Saturday, April 6, 2013

Working with ELT Materials - part three

Working with ELT Materials

Part three – evaluating coursebooks

In our previous article, we looked at a few points that you should consider in your initial selection of course materials. Once you have narrowed down your choice, and obtained sample copies of the materials that you’re interested in, it’s time for a more detailed evaluation. Based on the previous article, we’ll assume that the materials you’re considering are up-to-date, include all the components that you require, and match the age and level of your students. What else should you look for in an examination of the candidates for adoption?

Design and layout
The first thing that you’ll notice is the design of the book, the style and layout, use of colour and type of illustrations. For example, some books for young children use cartoon characters, while others use pictures of real people. Some are bright and colourful, while others have a more serious and subdued image. This is a matter of personal preference, but you should start by choosing a package that you like the look of, and that you think your students will like. This applies equally to the design of the IWB software if you’ll be using it.

Amount of material
Another basic criterion is the length of the book. Most coursebooks are designed to provide material for about 100 – 120 hours of lessons, which is enough for three hours a week throughout the school year, but some books are designed for shorter courses. Apart from the total length of the course, you’ll also need to consider the arrangement of the material in units or lessons.At lower levels, each lesson is usually designed for a 50 – 60 minute class, while at higher levels most books have longer units that can be divided more flexibly. So depending on the number and length of the lessons you have with each class each week, you’ll need to ensure that the total amount of material and the way it’s divided fit your timetable. Don’t forget to plan for the time you’ll be using other additional components apart from the main coursebook.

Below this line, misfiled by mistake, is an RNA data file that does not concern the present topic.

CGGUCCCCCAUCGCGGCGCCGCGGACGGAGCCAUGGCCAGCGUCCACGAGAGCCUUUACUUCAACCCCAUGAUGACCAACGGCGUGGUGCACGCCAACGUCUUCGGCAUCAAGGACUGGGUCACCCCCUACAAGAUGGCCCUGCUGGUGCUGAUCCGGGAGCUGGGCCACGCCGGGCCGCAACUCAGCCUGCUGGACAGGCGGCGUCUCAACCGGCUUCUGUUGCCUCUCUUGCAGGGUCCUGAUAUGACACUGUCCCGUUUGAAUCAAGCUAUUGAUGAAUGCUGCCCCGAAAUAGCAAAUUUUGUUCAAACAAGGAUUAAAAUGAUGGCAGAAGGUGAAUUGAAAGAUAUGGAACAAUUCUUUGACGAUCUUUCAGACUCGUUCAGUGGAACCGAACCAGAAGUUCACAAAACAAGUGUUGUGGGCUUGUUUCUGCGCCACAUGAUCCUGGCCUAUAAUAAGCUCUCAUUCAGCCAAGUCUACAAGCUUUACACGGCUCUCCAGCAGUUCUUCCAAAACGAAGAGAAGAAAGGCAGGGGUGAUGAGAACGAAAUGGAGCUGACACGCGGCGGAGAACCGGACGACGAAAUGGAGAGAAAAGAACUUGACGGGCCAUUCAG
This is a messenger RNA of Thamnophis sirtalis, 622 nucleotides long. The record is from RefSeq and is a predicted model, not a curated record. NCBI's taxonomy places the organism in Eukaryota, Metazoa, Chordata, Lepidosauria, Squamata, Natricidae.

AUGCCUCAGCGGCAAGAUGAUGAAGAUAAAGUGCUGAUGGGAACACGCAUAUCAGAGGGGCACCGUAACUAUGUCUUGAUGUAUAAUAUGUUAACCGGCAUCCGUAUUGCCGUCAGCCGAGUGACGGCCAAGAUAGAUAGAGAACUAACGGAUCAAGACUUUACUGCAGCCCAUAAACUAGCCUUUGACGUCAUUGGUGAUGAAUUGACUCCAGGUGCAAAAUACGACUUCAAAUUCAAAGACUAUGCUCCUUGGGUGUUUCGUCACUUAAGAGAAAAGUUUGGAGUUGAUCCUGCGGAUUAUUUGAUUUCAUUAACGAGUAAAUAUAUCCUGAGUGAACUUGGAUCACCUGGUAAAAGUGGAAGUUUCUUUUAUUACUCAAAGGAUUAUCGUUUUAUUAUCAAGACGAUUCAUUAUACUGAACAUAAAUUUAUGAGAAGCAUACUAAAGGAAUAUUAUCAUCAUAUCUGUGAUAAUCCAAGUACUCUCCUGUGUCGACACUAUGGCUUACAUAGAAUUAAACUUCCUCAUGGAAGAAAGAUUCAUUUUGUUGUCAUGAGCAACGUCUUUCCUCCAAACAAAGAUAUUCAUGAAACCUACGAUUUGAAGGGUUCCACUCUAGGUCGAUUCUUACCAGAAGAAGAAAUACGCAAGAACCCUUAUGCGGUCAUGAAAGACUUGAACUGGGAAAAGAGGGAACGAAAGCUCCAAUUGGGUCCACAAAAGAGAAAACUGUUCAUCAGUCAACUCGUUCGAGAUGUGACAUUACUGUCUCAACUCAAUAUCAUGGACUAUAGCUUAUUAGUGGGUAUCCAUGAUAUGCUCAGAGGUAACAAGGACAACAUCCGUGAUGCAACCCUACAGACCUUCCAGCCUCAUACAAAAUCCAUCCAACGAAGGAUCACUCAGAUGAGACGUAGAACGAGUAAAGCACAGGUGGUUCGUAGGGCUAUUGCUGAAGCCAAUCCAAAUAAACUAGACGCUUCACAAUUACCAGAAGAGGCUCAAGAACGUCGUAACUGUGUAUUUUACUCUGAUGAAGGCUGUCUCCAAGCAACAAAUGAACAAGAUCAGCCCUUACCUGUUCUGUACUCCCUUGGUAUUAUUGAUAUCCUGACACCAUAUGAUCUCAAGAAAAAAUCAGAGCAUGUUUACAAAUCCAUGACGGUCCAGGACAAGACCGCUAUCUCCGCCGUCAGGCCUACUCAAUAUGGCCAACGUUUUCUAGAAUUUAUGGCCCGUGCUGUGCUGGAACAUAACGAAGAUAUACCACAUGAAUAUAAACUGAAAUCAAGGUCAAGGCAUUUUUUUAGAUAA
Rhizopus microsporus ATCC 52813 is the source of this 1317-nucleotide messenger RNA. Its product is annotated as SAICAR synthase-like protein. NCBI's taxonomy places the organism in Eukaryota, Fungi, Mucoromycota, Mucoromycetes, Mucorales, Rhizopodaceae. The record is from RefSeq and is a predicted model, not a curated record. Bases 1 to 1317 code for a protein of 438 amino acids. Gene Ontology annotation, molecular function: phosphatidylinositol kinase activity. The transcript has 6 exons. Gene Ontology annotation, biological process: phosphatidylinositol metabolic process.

Balance of skills
If your students are preparing for exams, obviously you’ll need to select materials that provide practice in the specific format. In any case, you’ll need to choose materials that provide an appropriate balance of activities for each of the four skills – reading, writing, listening and speaking – and also pronunciation, vocabulary and grammar. What constitutes an appropriate balance will depend on the specific needs of your students. Do they really need to learn all about the rules of grammar, or would it be more beneficial to spend extra time on speaking practice? And in most cases, it will be beneficial if the work on the various skills is integrated, rather than practicing each one separately.

Methodology and syllabus design
Apart from the amount of work on each area of language, you should also consider the type of approach that the materials encourage, and whether this fits your style of teaching. Are the materials student-centred to promote autonomy, or do they require a lot of presentation by the teacher? Are there plenty of communicative activities, or is the emphasis on controlled practice? Is the course organized in terms of situations and topics, making natural use of the language that occurs in each context, or is the material all designed around the presentation of the grammar? Is there a lot of explicit focus on language, or are the topics and tasks designed to promote implicit language acquisition? Does the course make use of authentic materials, and does it cater for a variety of learning styles?

This was a very brief overview of some of the main issues to consider when evaluating a coursebook. However good a coursebook is, it will never be perfectly matched to the precise needs of your students, so there will always be a need for adaptation, and that’s the topic of our next article.

 © Peter Beech 2013

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